When growing plugs and seedlings, there are often issues with root disease. Choosing a growing medium that drains well, using deeper trays and carefully watering to the needs of the plant all help, but for additional insurance, it’s best to incorporate a biological organism or biofungicide that can colonize the root system of the plants and help suppress root disease pathogens.  

These biofungicides suppress root disease by forming a biological barrier around the roots, synthesize antimicrobial byproducts or physically attack the pathogens. Biofungicides are preventative and don’t cure an existing root disease problem, so they should be pre-incorporated into the growing medium or applied at the time of seeding.

Common cultural problems

When growing any crop, problems can occur. The most common issue with young plants is overwatering or keeping plugs/liners constantly moist. This contributes to numerous problems.

Algae and insects: A moist to wet growing medium serves as an ideal environment for the growth of algae on the growing medium surface. The surface layer of algae will continue to thicken and turn black as long as the surface doesn’t dry out.  

This is also the ideal environment for shoreflies, as they need moist/wet growing medium for their larvae to grow and survive and algae is their principle food source. Fungus gnats are also attracted to moist/wet growing media—not because it’s required for part of their lifecycle, but because it encourages fungal growth within the growing medium, which is their preferred food source. To minimize any of the above problems, dry out the growing medium between waterings as soon as possible.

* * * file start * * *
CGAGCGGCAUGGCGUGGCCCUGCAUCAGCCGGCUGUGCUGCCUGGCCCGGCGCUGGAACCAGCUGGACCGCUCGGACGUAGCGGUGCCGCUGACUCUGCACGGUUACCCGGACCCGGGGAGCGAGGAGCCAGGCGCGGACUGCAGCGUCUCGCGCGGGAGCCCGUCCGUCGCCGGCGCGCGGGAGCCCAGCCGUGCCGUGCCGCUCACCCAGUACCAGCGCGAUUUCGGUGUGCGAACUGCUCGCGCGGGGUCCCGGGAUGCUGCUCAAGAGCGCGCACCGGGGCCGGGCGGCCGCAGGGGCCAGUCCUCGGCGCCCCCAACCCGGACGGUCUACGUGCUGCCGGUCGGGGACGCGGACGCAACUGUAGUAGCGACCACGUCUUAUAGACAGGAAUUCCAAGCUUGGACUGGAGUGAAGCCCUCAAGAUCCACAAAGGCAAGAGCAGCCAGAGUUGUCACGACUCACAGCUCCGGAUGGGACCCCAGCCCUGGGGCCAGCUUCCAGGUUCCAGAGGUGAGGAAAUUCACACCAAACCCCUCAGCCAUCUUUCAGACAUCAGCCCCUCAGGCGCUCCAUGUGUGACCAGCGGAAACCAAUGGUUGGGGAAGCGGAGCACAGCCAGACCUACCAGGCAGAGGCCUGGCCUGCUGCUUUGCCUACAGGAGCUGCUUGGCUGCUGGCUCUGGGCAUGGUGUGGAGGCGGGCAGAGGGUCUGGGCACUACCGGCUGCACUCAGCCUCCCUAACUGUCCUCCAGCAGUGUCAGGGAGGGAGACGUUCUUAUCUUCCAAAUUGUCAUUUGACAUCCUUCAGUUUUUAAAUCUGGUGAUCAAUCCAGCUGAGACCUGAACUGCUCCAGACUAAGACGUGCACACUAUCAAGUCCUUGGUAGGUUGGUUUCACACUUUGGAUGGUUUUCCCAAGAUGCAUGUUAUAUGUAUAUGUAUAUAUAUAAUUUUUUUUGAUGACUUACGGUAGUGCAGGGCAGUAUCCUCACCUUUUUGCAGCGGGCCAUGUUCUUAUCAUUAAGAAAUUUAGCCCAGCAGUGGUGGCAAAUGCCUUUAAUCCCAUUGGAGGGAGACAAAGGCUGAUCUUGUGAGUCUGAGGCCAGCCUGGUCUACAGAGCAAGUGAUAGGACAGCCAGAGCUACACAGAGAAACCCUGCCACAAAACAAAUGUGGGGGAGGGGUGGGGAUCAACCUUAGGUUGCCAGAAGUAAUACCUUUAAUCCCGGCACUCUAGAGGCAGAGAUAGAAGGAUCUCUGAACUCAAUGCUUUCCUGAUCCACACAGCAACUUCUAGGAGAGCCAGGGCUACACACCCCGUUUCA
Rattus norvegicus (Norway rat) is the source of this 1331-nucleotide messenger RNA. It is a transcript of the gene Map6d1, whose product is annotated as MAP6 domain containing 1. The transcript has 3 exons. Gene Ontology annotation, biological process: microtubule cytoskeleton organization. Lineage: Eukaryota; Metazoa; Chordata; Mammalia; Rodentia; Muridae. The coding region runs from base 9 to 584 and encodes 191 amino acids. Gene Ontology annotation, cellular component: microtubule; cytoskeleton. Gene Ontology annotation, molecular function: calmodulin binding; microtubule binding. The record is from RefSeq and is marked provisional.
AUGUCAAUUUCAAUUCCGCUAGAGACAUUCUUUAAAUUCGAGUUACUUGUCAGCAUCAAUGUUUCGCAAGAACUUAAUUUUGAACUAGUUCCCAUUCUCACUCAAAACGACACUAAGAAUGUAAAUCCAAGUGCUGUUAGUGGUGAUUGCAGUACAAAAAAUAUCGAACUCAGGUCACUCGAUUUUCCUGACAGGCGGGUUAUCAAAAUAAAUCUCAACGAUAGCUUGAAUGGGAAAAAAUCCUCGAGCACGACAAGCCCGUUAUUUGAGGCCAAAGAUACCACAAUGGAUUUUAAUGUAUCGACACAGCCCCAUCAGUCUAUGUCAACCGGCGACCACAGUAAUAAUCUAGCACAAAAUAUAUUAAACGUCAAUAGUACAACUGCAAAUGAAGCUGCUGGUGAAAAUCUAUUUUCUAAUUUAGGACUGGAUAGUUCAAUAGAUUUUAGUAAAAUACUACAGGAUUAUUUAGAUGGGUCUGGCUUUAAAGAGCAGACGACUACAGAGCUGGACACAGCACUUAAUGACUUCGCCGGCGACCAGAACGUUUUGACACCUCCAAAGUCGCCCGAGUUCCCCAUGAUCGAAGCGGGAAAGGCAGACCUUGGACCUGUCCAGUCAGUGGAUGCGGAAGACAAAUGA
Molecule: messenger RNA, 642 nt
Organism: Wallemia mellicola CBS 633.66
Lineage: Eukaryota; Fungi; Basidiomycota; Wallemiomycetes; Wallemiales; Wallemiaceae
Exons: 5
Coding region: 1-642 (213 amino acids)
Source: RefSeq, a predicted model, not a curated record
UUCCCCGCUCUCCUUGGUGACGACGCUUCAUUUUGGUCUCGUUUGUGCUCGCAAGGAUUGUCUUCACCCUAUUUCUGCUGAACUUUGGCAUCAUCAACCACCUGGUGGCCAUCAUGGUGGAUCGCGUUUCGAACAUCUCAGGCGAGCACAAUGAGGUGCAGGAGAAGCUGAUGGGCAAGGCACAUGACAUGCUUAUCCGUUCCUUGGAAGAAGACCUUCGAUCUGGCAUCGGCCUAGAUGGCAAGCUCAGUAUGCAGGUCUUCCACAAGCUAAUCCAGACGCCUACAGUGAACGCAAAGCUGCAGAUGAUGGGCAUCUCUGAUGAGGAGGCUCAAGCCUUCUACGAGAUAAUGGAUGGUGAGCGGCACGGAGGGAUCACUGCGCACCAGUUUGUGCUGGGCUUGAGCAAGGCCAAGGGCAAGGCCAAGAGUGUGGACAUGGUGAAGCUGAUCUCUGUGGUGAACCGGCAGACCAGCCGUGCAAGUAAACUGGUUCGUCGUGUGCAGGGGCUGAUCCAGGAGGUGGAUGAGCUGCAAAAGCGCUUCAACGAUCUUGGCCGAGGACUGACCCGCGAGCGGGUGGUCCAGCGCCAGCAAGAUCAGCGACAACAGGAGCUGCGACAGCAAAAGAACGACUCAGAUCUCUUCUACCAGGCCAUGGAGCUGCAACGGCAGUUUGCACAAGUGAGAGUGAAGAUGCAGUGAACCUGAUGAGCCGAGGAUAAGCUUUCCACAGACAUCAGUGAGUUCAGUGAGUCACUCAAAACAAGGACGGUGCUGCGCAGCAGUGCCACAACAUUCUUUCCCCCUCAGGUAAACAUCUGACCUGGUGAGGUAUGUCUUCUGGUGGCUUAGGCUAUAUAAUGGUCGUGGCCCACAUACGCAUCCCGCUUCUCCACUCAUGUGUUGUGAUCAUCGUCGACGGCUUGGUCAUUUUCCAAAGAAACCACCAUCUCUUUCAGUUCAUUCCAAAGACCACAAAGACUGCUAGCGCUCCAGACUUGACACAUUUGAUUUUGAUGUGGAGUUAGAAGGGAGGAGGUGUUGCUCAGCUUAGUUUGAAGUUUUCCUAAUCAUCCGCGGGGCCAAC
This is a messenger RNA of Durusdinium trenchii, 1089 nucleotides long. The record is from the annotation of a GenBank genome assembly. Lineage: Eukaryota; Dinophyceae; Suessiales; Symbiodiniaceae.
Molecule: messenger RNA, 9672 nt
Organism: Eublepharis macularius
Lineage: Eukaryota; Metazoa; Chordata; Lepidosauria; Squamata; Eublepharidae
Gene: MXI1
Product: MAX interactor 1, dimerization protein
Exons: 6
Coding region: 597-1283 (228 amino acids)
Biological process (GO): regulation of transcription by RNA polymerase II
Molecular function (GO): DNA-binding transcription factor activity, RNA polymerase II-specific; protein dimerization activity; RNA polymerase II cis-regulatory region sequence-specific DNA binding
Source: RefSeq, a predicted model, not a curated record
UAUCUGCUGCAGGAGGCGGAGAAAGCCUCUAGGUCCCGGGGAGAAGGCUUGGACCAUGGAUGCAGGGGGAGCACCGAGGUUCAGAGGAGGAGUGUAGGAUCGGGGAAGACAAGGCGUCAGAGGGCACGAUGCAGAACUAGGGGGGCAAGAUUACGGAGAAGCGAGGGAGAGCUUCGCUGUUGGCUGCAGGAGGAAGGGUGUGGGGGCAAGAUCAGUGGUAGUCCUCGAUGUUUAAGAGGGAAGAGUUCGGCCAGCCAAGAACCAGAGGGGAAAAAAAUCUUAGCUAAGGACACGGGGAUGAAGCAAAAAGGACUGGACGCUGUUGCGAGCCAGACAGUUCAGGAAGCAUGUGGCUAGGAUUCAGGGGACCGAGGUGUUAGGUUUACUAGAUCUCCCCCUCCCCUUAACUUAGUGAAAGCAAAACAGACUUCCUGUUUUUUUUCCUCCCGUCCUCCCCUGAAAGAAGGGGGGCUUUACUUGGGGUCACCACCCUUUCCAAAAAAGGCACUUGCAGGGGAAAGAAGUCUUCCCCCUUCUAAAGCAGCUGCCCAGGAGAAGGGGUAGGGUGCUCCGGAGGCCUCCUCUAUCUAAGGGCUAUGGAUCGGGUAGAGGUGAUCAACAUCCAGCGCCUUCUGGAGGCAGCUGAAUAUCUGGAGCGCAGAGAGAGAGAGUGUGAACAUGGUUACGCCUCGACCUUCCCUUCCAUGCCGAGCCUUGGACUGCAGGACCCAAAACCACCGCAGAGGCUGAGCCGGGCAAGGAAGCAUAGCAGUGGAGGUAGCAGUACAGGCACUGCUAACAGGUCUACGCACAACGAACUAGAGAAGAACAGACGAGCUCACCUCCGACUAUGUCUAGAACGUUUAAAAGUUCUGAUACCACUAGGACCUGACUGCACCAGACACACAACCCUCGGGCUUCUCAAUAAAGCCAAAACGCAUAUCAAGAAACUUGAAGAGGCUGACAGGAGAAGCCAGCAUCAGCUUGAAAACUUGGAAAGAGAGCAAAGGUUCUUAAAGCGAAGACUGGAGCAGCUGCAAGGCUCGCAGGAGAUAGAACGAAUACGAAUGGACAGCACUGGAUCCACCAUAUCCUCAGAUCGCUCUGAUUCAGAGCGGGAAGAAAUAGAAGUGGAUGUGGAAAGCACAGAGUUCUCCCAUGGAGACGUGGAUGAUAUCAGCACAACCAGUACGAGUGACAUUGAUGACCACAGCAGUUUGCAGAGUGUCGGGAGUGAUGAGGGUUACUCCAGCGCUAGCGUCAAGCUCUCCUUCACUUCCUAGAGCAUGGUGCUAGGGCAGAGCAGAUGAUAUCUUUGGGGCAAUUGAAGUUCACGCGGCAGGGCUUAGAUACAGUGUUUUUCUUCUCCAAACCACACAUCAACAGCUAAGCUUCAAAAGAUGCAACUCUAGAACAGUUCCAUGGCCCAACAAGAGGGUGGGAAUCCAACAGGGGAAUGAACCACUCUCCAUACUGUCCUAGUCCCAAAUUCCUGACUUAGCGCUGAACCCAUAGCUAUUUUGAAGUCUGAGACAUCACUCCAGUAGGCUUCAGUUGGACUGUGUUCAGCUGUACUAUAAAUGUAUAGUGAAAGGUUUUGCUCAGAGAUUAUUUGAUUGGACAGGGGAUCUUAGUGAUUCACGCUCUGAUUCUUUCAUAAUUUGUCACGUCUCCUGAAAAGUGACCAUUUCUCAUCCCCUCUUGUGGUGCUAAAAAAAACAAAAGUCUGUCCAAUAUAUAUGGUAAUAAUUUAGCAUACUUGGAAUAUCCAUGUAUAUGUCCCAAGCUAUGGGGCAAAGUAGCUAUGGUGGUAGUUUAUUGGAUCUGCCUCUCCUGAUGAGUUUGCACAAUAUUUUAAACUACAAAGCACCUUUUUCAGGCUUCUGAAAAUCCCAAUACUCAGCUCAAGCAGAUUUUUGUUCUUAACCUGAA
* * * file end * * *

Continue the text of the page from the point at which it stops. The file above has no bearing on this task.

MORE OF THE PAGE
Root disease: Pythium and Phytophthora are both water molds that require high moisture in the growing medium to thrive. It’s best to allow the growing medium to dry down between waterings to discourage their growth. Keep in mind that anything that causes plant stress—such as over watering, underwatering, high salts, inadequate fertilization, etc.—will make plants more susceptible to attack from root rot pathogens.  These stresses must be corrected to minimize root diseases.

Poor root development: Often poor root development is caused by overwatering. Too much water causes roots to stay up in the upper layer of growing medium so they can access oxygen. If the roots grow down into the continuously wet growing medium, they’ll suffocate and eventually die.

It’s best to again allow the growing medium to dry down between waterings to encourage root development in the bottom of the cell. Other factors that can contribute to poor root growth is improper fertilization, overfertilization, pH imbalance and root disease.

When deciding on which growing medium to use for young plant production, determine your growing needs and consult with manufacturers. Ask for samples and evaluate the product under normal growing conditions. If you grow a wide array of plant species, sample an adequate amount to be sure it will address the needs of various crops, trays/cell sizes and your particular growing situation. GT

Ed Bloodnick is Director of Grower Services and Troy Buechel is Horticulture Specialist—Mid-Atlantic U.S. for Premier Tech Horticulture.